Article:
This past Saturday, I rode the train to Eze with two of my coworkers and my roommate J. ('20). The two coworkers, MC and VC, are two first year master students from an engineering school in Paris. They're at ParisTech as "stagiares" or interns, like us. They only arrived a week before us, and we all work in the same huge office that consists of four rooms separated by half-walls.

At first, when I arrived at ParisTech and heard that J. ('20) and I were the only undergrads, I thought that maybe the age gap would be too wide to hang out with our fellow coworkers. Wrong! There's that stereotype that guys are less mature than girls, which I think may hold some truth at least in this situation. I mean, I don't see any of the girl master students randomly playing ping pong on the floor in our office (since for some reason we have ping pong balls and paddles but no table). So hanging out with these grad students didn't feel weird at all.

MC always complains that VC is playing games all day during the weekend, so MC has nobody to go out and have fun with (they're roommates). So he tagged along with J. ('20) and me this weekend, and we extended the invitation to VC. Frankly, I thought he was going to decline from all the times I've heard MC complain about VC's addiction to video games, but he said he would join us in Eze, so score!

This is the blog post where I give up trying to do fancy formatting because it changes after you publish.

We arrived at the Eze train station around noon, but we still had to take a bus to the Eze village. My first impressions of the mountain village was a watered-down, less rich version of Monaco. That is not to say that I had a bad impression of Eze. Quite the contrary, it was on the opposite spectrum of cool tourist places: the quaint, peaceful village with the beautiful ocean and mountain scenery resting in the background, periodically interrupted by the zoom of a Ferrari, presumably from the neighboring wealthy city-state.

A historic church in the style of the baroque period, if I remember what I read from the sign correctly.

The first thing we did was hike up a small distance from the bus stop to the succulent garden at the top of the tiny mountain. It was a warm day, and with the sun shining full force, it was almost kind of hot. However, the approach to the top was simple and direct, nothing like the confusing staircases in Monaco, so the journey was pleasant and the succulents exotic.

Such cool cacti.
After reaching the top, with the most beautiful, rewarding view in front of us, MC declared he had to take pictures for his snapchat and facebook. Conversation that followed:

MC: "Why don't you get an iphone? The camera is better!"
Me: *shows him my camera on my android*
MC: "Oh. Can you take a picture of me?"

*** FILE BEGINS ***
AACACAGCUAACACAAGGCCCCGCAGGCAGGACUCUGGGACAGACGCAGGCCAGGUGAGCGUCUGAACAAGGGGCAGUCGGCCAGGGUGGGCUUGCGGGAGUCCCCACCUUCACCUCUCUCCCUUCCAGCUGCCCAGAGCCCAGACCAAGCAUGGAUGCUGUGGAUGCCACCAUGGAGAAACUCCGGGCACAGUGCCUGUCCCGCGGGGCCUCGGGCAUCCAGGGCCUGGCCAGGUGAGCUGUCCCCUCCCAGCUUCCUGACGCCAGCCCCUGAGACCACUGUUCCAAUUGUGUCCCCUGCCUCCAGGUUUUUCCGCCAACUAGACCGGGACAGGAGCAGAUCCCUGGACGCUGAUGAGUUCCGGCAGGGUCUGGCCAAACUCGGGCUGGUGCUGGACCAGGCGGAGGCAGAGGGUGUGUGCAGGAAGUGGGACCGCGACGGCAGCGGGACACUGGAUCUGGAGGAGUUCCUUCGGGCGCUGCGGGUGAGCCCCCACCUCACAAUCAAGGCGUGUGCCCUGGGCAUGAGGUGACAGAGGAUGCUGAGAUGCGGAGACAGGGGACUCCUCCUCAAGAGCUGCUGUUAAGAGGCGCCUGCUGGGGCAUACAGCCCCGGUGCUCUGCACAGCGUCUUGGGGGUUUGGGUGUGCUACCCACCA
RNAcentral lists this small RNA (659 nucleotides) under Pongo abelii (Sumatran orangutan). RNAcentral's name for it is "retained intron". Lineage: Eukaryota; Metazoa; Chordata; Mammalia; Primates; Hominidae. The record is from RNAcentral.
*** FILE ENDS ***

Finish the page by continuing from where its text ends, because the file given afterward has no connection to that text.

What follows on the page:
I somehow become his photographer during this trip.

Afterwards, J. (20') and I hit the tourist shops that are carved from small enclaves in the rock mountain. They're not the cookie-cutter shops that sell all the same things like Ferrari jackets or Formula One hats. Instead, inside each store there's something unique, whether the products are rubidium crystals or alternative fish paintings or sparkling ruby hairpieces. The guys mostly stayed outside while we looked around, since apparently it's a "girl thing" to go shopping. They missed out.

We weren't allowed to take pictures of the stores, so here's another pretty view.
After a late lunch, we visited the Fragonard perfume factory. It was free entry, and I was really excited to see a factory with condensation glasses and evaporation techniques. Did I care about the perfume? Not at all. I don't even wear perfume. I just wanted to see the chemistry and the machinery.

So worth it!!!
I ended up falling for the tourist trap and buying a royal jelly cream for my mom, so the "free entry" actually cost me 25 euros. But it was worth it, since the whole interior of the admittedly small factory was packed with citrus and floral scents and fragrances. Plus, my mom would be happy that I bought her a gift. And what do you know? MC and VC both bought products for themselves. So I guess you don't have to be a girl to like buying things.

Afterwards, we headed to the beach to wait for our train, since the train station was only about a five minute walk away. For some reason, I was the only one wearing shorts, so I kicked off my shoes and waded in the water. It continues to amaze me how clear the water is at the Cote d'Azur. You can see small fish swimming in the distance, and look down at the rounded rocks and pebbles littering the sea floor.

Likewise, MC rolled up his jeans and stepped in the sea. He stooped down to pick up a circular, flat rock, and skipped the stone rather impressively three times. Then, VC, staying on the shores of the rocky beach, immediately outdid him by skipping a stone that bounced five times in the water. They both taught me their tricks, and I was able to skip a stone twice! New skill to work on.

Finally, around seven in the evening, our group of four headed home. Except while MC and VC stayed on the train to actually head home, J. (20') and I got off at Antibes to eat dinner and gelato and buy cactus juice.

Do people usually leave scales on the salmon? I ate it all, but it was a little bit weird. Still yummy!
Thus concludes our adventure in Eze. If there's one lesson I've learned while in MISTI, it's that coworkers are pretty cool to hang out with. And guess what? I'm going to hang out with another coworker next weekend. And who else? Hint: one of the sassiest people in LMF who shares my love for Cardcaptor Sakura. Next time: Paris!